May I just say that I do not want to turn this into a typical debate where we blame the Government for everything? We have a covid crisis that has shaken everyone’s lives. We have much higher unemployment than usual and many families are struggling, but the fact is that we know that the Government have shown less than the surest touch in many of the educational challenges that we have had over this last year.
However, to put that to one side, may I make a plea tonight to trust parents? I listen to a lot of parents. I happen to have three daughters, a son and 12 grandchildren, so it is easy to do that, but I also do it rigorously in my constituency all the time. The fact is that parents would prefer to have cash rather than any other kind of package of food. We all know that that leads to a divided society, with some kids thinking that they are lesser than their equals.
Trust parents on home schooling. Home schooling can be very good and it can be very patchy indeed. My experience and knowledge is that using technology is difficult if someone is a teacher. I am a pioneer tutor in the Open University. We thought we could do it all with computers, television screens and all that, but we could not. Teachers have to be trained to use the technology. University teachers have to be trained for something they never anticipated—teaching online. It is a highly difficult skill to learn.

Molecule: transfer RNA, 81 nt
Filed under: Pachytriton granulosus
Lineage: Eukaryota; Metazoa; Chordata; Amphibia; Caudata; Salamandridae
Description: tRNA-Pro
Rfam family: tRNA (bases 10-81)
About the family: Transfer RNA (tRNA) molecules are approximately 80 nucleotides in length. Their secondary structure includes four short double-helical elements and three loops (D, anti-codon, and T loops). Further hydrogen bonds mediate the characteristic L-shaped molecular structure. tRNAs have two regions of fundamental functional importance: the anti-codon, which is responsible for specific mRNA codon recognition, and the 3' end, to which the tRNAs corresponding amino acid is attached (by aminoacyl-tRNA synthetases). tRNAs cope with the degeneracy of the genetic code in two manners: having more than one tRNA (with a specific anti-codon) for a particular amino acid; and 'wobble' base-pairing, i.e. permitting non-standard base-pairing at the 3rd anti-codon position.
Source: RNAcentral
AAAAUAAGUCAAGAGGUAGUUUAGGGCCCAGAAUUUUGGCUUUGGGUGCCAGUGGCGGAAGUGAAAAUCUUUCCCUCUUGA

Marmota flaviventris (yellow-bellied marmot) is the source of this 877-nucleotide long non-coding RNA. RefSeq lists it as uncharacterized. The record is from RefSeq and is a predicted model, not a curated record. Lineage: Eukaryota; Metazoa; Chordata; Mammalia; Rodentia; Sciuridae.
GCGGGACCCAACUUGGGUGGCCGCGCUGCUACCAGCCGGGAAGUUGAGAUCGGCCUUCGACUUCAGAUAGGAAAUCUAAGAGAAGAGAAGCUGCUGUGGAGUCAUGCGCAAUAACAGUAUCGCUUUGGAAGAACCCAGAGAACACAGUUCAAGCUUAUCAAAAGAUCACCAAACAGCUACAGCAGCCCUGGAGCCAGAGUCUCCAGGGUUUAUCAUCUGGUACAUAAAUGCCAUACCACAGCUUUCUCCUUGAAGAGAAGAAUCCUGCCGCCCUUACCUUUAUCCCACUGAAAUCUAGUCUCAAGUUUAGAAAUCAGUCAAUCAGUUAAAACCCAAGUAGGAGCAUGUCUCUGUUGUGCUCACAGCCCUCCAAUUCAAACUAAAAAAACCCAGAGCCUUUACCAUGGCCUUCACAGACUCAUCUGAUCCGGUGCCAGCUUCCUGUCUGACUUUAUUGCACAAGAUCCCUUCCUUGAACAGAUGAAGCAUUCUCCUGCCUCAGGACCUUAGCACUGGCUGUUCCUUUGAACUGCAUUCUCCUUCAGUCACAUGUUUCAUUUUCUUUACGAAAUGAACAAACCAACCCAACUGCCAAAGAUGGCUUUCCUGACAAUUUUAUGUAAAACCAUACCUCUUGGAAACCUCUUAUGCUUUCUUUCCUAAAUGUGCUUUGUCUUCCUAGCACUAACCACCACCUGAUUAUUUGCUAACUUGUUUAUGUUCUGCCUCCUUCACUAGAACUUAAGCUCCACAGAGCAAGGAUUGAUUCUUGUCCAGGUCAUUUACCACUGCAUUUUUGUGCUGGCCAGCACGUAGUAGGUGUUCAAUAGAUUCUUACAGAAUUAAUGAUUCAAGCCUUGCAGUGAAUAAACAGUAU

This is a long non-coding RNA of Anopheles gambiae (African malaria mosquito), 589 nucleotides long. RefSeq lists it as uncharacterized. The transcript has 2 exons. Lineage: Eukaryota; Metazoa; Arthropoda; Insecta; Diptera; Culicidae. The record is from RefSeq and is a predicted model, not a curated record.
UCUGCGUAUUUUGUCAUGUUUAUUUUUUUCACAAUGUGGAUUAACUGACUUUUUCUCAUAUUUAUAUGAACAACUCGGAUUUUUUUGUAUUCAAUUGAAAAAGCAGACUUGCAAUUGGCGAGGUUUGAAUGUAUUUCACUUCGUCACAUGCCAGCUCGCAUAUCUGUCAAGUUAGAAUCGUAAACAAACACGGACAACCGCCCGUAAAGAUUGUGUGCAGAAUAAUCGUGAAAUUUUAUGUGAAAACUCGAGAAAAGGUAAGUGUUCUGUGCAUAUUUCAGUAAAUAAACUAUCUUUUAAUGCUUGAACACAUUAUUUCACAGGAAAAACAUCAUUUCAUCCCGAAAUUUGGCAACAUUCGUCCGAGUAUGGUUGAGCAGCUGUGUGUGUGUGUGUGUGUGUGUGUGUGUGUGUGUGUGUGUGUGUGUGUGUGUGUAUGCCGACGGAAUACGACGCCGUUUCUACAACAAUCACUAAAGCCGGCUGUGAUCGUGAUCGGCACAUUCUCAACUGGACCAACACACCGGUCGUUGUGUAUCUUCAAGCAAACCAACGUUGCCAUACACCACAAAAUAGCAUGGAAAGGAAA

I am sorry that the Government took so long to get in touch with the Open University and enable it to use all its resources, knowledge and experience to help teachers and lecturers up and down the country. That being said, let us also trust teachers themselves. I have seen the best example of teachers who phone every five-year-old in the class every week. That is wonderful—their experience, showing every way of reaching out to children. I believe that that is what we must encourage—every school learning to learn again—because we will have this situation for much longer. So well done, parents; you have gone through a hell of a lot. Well done, teachers. And well done, colleges of further education, which are so often neglected. It is not just about computers—it is about people.